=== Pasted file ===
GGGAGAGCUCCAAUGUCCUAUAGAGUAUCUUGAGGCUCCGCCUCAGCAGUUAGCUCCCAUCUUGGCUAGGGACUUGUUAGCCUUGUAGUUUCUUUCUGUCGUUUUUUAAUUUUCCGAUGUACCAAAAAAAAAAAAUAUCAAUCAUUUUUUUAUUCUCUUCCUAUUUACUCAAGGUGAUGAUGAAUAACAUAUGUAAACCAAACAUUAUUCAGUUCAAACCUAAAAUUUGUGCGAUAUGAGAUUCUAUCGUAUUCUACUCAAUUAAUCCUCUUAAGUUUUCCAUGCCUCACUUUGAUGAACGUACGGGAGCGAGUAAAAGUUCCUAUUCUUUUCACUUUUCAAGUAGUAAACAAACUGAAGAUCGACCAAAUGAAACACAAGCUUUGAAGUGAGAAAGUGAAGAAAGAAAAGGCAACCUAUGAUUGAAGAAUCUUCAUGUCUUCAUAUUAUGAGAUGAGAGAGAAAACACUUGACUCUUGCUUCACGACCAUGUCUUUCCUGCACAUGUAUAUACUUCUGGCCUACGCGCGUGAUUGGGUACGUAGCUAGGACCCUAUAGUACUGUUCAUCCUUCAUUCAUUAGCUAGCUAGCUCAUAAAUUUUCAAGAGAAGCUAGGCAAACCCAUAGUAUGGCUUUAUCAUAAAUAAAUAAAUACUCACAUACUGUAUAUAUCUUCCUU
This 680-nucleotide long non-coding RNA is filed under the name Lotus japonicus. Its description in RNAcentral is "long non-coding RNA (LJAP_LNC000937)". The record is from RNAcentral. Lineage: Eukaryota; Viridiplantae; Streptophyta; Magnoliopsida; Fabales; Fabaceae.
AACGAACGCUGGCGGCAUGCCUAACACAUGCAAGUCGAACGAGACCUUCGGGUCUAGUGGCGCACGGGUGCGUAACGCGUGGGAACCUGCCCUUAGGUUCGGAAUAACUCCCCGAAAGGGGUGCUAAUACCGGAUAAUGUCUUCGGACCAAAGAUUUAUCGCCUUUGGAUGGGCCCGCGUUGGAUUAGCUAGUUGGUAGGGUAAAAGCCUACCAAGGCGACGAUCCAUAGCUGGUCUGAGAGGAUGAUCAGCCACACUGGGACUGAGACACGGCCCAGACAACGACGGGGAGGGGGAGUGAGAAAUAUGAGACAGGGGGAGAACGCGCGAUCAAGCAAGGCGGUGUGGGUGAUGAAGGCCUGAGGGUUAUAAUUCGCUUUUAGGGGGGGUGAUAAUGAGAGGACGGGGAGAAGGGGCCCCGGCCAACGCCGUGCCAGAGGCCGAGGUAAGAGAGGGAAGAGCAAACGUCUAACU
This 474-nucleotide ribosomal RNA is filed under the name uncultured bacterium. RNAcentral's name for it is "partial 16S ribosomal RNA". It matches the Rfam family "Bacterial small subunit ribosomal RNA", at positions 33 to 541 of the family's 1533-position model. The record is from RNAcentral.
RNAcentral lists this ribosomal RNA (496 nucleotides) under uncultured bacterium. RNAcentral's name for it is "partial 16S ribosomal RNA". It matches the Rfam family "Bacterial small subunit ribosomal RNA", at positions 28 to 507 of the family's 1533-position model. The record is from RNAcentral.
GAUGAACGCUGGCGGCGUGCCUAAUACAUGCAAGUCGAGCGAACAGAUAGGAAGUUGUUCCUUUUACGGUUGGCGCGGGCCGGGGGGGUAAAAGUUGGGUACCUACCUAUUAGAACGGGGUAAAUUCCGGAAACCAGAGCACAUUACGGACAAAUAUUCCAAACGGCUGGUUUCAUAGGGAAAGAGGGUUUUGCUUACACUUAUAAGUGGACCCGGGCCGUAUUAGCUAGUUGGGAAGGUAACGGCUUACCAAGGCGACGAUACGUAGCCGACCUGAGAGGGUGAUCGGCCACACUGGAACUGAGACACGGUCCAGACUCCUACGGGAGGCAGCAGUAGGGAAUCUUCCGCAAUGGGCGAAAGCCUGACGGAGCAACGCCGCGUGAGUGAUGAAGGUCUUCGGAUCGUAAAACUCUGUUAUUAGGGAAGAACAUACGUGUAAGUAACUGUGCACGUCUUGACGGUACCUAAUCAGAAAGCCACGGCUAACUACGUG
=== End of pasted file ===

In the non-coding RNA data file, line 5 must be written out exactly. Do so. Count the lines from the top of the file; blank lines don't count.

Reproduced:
RNAcentral lists this ribosomal RNA (496 nucleotides) under uncultured bacterium. RNAcentral's name for it is "partial 16S ribosomal RNA". It matches the Rfam family "Bacterial small subunit ribosomal RNA", at positions 28 to 507 of the family's 1533-position model. The record is from RNAcentral.